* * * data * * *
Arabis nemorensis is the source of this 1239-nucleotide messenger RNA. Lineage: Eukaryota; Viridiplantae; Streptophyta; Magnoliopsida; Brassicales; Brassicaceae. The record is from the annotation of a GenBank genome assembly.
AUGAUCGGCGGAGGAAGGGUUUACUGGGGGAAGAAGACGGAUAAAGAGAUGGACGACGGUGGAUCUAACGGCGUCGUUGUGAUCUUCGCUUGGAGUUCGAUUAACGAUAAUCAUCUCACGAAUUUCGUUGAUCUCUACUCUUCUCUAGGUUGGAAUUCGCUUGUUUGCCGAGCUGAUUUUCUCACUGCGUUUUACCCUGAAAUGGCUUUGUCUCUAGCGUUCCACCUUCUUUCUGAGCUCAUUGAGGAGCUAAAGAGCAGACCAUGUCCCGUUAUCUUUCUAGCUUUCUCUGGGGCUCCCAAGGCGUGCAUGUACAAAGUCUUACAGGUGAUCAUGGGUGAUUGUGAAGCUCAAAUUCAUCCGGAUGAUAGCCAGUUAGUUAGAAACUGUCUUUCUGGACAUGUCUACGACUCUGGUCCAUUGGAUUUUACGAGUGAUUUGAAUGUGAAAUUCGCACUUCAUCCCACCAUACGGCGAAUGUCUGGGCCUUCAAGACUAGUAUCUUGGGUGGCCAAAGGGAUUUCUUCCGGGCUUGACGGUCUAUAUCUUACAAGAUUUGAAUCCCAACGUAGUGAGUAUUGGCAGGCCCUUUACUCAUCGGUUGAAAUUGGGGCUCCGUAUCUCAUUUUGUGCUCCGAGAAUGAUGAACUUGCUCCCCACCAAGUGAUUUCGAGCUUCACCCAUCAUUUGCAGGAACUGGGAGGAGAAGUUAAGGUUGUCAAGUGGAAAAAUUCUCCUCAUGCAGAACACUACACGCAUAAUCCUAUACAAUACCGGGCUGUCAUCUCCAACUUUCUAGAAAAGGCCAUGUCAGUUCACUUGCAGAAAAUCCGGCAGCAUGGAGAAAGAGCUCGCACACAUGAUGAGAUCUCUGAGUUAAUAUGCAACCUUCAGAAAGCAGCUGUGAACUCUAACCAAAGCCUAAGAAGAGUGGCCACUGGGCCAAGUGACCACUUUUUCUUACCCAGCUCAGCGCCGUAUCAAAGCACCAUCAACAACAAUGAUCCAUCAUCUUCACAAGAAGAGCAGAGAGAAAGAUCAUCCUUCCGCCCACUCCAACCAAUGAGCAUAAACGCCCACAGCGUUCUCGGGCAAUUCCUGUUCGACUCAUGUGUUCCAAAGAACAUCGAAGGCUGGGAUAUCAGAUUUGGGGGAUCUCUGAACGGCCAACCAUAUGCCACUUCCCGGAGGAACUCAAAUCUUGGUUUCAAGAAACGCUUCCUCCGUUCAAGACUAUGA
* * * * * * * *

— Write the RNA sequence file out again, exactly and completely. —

Arabis nemorensis is the source of this 1239-nucleotide messenger RNA. Lineage: Eukaryota; Viridiplantae; Streptophyta; Magnoliopsida; Brassicales; Brassicaceae. The record is from the annotation of a GenBank genome assembly.
AUGAUCGGCGGAGGAAGGGUUUACUGGGGGAAGAAGACGGAUAAAGAGAUGGACGACGGUGGAUCUAACGGCGUCGUUGUGAUCUUCGCUUGGAGUUCGAUUAACGAUAAUCAUCUCACGAAUUUCGUUGAUCUCUACUCUUCUCUAGGUUGGAAUUCGCUUGUUUGCCGAGCUGAUUUUCUCACUGCGUUUUACCCUGAAAUGGCUUUGUCUCUAGCGUUCCACCUUCUUUCUGAGCUCAUUGAGGAGCUAAAGAGCAGACCAUGUCCCGUUAUCUUUCUAGCUUUCUCUGGGGCUCCCAAGGCGUGCAUGUACAAAGUCUUACAGGUGAUCAUGGGUGAUUGUGAAGCUCAAAUUCAUCCGGAUGAUAGCCAGUUAGUUAGAAACUGUCUUUCUGGACAUGUCUACGACUCUGGUCCAUUGGAUUUUACGAGUGAUUUGAAUGUGAAAUUCGCACUUCAUCCCACCAUACGGCGAAUGUCUGGGCCUUCAAGACUAGUAUCUUGGGUGGCCAAAGGGAUUUCUUCCGGGCUUGACGGUCUAUAUCUUACAAGAUUUGAAUCCCAACGUAGUGAGUAUUGGCAGGCCCUUUACUCAUCGGUUGAAAUUGGGGCUCCGUAUCUCAUUUUGUGCUCCGAGAAUGAUGAACUUGCUCCCCACCAAGUGAUUUCGAGCUUCACCCAUCAUUUGCAGGAACUGGGAGGAGAAGUUAAGGUUGUCAAGUGGAAAAAUUCUCCUCAUGCAGAACACUACACGCAUAAUCCUAUACAAUACCGGGCUGUCAUCUCCAACUUUCUAGAAAAGGCCAUGUCAGUUCACUUGCAGAAAAUCCGGCAGCAUGGAGAAAGAGCUCGCACACAUGAUGAGAUCUCUGAGUUAAUAUGCAACCUUCAGAAAGCAGCUGUGAACUCUAACCAAAGCCUAAGAAGAGUGGCCACUGGGCCAAGUGACCACUUUUUCUUACCCAGCUCAGCGCCGUAUCAAAGCACCAUCAACAACAAUGAUCCAUCAUCUUCACAAGAAGAGCAGAGAGAAAGAUCAUCCUUCCGCCCACUCCAACCAAUGAGCAUAAACGCCCACAGCGUUCUCGGGCAAUUCCUGUUCGACUCAUGUGUUCCAAAGAACAUCGAAGGCUGGGAUAUCAGAUUUGGGGGAUCUCUGAACGGCCAACCAUAUGCCACUUCCCGGAGGAACUCAAAUCUUGGUUUCAAGAAACGCUUCCUCCGUUCAAGACUAUGA